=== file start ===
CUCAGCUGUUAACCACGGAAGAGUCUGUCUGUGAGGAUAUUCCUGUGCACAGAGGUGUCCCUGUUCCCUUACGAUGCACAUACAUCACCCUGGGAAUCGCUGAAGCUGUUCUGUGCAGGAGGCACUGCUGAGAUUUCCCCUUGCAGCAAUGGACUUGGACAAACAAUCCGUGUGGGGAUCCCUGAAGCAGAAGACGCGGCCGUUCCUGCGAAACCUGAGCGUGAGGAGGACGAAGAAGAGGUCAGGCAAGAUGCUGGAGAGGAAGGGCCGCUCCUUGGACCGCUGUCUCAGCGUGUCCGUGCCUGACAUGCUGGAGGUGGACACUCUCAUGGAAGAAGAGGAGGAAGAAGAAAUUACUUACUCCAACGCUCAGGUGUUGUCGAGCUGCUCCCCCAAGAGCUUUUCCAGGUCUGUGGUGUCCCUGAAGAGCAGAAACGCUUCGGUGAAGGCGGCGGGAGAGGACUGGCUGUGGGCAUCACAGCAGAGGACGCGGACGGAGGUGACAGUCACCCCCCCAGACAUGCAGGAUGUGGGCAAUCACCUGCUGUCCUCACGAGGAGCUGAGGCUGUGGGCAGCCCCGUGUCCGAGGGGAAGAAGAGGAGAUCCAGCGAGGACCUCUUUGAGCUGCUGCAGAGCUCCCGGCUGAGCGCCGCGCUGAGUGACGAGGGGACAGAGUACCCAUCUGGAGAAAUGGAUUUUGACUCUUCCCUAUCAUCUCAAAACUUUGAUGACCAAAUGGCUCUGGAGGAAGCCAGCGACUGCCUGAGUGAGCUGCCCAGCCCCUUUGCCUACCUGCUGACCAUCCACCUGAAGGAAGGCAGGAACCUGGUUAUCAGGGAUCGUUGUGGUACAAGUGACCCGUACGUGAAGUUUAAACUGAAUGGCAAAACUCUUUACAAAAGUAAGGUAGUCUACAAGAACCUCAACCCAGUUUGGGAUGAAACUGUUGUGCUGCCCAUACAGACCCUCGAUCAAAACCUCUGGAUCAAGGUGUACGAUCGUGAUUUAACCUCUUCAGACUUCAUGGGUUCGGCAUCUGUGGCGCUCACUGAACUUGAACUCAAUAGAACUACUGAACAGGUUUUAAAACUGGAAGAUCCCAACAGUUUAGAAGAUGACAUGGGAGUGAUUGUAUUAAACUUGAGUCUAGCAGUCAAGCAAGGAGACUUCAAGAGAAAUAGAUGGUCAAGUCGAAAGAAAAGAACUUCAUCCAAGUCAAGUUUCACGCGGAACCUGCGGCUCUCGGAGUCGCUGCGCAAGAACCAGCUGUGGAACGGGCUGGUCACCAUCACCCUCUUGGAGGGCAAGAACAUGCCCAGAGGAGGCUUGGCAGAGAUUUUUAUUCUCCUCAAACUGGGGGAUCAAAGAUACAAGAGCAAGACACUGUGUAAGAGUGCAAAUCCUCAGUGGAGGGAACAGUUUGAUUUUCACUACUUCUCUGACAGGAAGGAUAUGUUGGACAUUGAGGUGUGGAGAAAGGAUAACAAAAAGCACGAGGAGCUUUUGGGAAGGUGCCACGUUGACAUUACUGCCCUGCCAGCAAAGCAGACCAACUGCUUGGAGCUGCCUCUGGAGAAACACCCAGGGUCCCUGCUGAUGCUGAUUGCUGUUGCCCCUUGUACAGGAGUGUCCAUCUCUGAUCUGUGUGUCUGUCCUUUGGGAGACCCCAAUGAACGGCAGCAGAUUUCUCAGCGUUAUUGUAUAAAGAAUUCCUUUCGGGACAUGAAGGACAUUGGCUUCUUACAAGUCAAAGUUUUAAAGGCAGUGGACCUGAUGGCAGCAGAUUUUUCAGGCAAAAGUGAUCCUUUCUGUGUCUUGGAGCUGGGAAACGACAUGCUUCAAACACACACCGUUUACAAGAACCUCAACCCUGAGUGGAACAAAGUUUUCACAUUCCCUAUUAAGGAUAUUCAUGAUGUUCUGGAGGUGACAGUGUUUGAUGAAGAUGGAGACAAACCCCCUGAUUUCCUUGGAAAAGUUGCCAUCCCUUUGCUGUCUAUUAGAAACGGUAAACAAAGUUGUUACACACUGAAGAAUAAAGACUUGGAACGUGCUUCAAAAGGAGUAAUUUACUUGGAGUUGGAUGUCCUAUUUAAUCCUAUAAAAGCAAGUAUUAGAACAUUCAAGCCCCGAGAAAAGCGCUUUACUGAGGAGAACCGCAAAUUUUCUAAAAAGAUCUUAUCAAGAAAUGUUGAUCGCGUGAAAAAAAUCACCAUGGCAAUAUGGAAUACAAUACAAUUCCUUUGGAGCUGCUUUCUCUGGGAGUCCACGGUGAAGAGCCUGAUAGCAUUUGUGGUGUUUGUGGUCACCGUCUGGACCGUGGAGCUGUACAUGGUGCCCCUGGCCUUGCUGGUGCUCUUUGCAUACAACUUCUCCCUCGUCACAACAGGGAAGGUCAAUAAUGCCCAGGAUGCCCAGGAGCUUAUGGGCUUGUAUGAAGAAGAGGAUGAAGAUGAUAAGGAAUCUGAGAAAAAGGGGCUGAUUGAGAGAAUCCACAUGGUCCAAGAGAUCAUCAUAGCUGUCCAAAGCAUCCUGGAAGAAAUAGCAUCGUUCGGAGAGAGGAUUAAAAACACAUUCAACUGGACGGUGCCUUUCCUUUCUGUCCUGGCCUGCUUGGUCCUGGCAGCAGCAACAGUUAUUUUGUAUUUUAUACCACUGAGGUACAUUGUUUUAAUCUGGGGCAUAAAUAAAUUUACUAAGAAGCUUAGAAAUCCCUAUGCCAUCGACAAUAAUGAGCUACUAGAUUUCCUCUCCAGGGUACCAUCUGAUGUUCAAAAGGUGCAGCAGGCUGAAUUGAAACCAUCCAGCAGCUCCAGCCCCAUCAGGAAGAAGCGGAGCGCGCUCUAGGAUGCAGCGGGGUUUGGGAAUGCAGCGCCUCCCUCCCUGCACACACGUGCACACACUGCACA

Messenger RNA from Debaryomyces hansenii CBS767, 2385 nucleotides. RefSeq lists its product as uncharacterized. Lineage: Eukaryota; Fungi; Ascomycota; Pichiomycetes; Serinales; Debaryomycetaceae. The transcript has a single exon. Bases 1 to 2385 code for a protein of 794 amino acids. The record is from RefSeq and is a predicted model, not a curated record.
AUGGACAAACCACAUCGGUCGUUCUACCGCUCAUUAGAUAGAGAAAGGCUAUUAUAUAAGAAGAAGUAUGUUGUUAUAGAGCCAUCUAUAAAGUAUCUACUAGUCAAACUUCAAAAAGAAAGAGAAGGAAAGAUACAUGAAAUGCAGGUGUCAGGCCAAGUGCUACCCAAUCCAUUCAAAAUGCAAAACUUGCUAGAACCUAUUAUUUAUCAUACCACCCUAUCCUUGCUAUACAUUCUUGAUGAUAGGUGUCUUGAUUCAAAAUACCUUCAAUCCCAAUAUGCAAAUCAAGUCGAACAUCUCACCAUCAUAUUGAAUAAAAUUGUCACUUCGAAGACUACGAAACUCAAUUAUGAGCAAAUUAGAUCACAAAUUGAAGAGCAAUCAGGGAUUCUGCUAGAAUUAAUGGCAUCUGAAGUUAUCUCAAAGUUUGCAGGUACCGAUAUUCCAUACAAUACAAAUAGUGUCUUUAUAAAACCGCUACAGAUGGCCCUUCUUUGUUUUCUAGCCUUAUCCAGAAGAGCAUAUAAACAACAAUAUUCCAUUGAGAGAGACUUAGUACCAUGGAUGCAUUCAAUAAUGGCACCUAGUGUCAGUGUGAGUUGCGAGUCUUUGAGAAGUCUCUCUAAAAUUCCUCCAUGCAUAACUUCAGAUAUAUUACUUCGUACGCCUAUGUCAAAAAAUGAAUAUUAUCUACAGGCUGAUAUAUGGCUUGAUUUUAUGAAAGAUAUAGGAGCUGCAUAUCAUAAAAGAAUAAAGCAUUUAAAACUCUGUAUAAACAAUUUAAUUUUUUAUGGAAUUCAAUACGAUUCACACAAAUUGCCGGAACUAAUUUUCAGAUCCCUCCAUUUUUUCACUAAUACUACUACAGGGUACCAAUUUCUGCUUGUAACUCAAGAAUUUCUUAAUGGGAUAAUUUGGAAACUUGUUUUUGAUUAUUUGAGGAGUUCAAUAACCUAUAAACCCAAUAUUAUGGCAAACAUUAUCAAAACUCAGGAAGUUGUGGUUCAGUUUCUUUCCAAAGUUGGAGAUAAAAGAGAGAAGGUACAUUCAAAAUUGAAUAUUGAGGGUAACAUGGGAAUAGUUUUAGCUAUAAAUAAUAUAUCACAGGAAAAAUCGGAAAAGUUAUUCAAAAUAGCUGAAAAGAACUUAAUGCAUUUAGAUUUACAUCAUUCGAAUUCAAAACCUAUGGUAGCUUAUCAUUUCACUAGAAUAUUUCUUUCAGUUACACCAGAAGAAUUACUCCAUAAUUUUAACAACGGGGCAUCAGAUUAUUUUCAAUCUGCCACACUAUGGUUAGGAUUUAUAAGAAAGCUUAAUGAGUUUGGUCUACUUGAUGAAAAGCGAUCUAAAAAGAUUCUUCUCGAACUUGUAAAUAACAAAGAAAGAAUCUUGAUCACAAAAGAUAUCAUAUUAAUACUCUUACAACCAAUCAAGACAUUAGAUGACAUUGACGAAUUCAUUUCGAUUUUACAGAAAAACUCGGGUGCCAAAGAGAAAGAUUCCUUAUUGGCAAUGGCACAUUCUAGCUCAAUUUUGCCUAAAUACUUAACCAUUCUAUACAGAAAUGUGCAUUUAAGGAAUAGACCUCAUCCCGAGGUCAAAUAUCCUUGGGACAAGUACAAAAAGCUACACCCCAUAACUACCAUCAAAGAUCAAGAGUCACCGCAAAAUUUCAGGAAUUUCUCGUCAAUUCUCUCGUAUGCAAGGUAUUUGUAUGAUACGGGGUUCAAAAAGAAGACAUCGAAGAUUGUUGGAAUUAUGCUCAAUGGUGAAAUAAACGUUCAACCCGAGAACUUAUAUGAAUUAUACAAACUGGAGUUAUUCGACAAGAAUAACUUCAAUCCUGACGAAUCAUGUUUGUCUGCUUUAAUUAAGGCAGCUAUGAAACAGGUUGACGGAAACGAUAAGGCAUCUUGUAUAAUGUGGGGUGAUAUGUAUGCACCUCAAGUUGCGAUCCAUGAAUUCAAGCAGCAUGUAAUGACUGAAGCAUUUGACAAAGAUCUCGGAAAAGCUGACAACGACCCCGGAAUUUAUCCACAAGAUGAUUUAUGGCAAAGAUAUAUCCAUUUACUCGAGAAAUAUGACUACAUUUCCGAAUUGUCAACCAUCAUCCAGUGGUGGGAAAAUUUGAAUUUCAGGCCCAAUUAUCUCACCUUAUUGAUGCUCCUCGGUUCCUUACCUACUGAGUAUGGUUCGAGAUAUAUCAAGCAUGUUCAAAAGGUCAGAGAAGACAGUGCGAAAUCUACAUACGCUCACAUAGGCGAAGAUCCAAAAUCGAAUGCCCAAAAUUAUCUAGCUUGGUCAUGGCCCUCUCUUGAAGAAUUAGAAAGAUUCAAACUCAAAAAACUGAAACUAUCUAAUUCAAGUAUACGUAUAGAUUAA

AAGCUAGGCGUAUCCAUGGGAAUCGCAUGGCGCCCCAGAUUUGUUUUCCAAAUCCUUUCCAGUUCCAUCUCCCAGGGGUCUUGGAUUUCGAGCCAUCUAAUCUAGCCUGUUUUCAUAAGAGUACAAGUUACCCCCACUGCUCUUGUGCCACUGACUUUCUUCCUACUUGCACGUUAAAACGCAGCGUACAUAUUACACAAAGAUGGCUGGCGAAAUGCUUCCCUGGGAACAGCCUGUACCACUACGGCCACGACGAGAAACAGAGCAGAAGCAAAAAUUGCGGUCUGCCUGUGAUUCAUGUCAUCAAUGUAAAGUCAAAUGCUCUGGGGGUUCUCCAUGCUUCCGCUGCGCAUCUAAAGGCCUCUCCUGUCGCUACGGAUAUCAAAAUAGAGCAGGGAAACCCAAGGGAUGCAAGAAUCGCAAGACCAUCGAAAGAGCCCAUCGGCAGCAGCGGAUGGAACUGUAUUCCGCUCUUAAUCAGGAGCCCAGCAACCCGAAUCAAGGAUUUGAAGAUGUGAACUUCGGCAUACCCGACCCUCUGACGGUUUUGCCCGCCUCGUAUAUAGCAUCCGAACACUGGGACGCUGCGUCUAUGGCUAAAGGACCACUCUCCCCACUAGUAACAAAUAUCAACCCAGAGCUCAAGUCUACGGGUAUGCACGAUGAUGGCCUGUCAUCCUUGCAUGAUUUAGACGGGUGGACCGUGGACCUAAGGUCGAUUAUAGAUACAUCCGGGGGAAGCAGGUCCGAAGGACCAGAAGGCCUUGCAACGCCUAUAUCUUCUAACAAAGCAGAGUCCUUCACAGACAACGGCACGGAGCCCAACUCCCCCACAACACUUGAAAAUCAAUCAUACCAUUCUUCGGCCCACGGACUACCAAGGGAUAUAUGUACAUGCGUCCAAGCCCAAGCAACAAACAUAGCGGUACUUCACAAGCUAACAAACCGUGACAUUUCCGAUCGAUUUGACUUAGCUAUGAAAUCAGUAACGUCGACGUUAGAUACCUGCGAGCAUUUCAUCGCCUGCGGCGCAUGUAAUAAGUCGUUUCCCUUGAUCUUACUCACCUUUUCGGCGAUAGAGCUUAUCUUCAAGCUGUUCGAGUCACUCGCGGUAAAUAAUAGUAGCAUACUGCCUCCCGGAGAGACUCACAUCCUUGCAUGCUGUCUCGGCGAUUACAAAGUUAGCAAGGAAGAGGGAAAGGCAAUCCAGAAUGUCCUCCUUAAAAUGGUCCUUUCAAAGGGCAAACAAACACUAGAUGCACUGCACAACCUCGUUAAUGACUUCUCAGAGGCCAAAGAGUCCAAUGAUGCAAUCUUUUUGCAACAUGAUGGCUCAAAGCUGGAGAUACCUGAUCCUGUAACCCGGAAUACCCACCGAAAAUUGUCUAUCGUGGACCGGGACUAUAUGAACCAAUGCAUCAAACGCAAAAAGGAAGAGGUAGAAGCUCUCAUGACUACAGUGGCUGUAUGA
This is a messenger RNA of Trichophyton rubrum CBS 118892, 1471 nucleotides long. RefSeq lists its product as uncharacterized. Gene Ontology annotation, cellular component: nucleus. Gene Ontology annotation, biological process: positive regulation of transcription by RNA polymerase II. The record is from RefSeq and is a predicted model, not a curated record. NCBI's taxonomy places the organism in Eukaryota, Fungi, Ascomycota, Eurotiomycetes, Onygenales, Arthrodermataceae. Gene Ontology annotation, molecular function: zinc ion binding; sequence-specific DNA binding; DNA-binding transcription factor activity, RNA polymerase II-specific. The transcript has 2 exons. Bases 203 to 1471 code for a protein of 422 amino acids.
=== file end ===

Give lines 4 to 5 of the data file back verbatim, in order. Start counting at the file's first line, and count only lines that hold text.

AAGCUAGGCGUAUCCAUGGGAAUCGCAUGGCGCCCCAGAUUUGUUUUCCAAAUCCUUUCCAGUUCCAUCUCCCAGGGGUCUUGGAUUUCGAGCCAUCUAAUCUAGCCUGUUUUCAUAAGAGUACAAGUUACCCCCACUGCUCUUGUGCCACUGACUUUCUUCCUACUUGCACGUUAAAACGCAGCGUACAUAUUACACAAAGAUGGCUGGCGAAAUGCUUCCCUGGGAACAGCCUGUACCACUACGGCCACGACGAGAAACAGAGCAGAAGCAAAAAUUGCGGUCUGCCUGUGAUUCAUGUCAUCAAUGUAAAGUCAAAUGCUCUGGGGGUUCUCCAUGCUUCCGCUGCGCAUCUAAAGGCCUCUCCUGUCGCUACGGAUAUCAAAAUAGAGCAGGGAAACCCAAGGGAUGCAAGAAUCGCAAGACCAUCGAAAGAGCCCAUCGGCAGCAGCGGAUGGAACUGUAUUCCGCUCUUAAUCAGGAGCCCAGCAACCCGAAUCAAGGAUUUGAAGAUGUGAACUUCGGCAUACCCGACCCUCUGACGGUUUUGCCCGCCUCGUAUAUAGCAUCCGAACACUGGGACGCUGCGUCUAUGGCUAAAGGACCACUCUCCCCACUAGUAACAAAUAUCAACCCAGAGCUCAAGUCUACGGGUAUGCACGAUGAUGGCCUGUCAUCCUUGCAUGAUUUAGACGGGUGGACCGUGGACCUAAGGUCGAUUAUAGAUACAUCCGGGGGAAGCAGGUCCGAAGGACCAGAAGGCCUUGCAACGCCUAUAUCUUCUAACAAAGCAGAGUCCUUCACAGACAACGGCACGGAGCCCAACUCCCCCACAACACUUGAAAAUCAAUCAUACCAUUCUUCGGCCCACGGACUACCAAGGGAUAUAUGUACAUGCGUCCAAGCCCAAGCAACAAACAUAGCGGUACUUCACAAGCUAACAAACCGUGACAUUUCCGAUCGAUUUGACUUAGCUAUGAAAUCAGUAACGUCGACGUUAGAUACCUGCGAGCAUUUCAUCGCCUGCGGCGCAUGUAAUAAGUCGUUUCCCUUGAUCUUACUCACCUUUUCGGCGAUAGAGCUUAUCUUCAAGCUGUUCGAGUCACUCGCGGUAAAUAAUAGUAGCAUACUGCCUCCCGGAGAGACUCACAUCCUUGCAUGCUGUCUCGGCGAUUACAAAGUUAGCAAGGAAGAGGGAAAGGCAAUCCAGAAUGUCCUCCUUAAAAUGGUCCUUUCAAAGGGCAAACAAACACUAGAUGCACUGCACAACCUCGUUAAUGACUUCUCAGAGGCCAAAGAGUCCAAUGAUGCAAUCUUUUUGCAACAUGAUGGCUCAAAGCUGGAGAUACCUGAUCCUGUAACCCGGAAUACCCACCGAAAAUUGUCUAUCGUGGACCGGGACUAUAUGAACCAAUGCAUCAAACGCAAAAAGGAAGAGGUAGAAGCUCUCAUGACUACAGUGGCUGUAUGA
This is a messenger RNA of Trichophyton rubrum CBS 118892, 1471 nucleotides long. RefSeq lists its product as uncharacterized. Gene Ontology annotation, cellular component: nucleus. Gene Ontology annotation, biological process: positive regulation of transcription by RNA polymerase II. The record is from RefSeq and is a predicted model, not a curated record. NCBI's taxonomy places the organism in Eukaryota, Fungi, Ascomycota, Eurotiomycetes, Onygenales, Arthrodermataceae. Gene Ontology annotation, molecular function: zinc ion binding; sequence-specific DNA binding; DNA-binding transcription factor activity, RNA polymerase II-specific. The transcript has 2 exons. Bases 203 to 1471 code for a protein of 422 amino acids.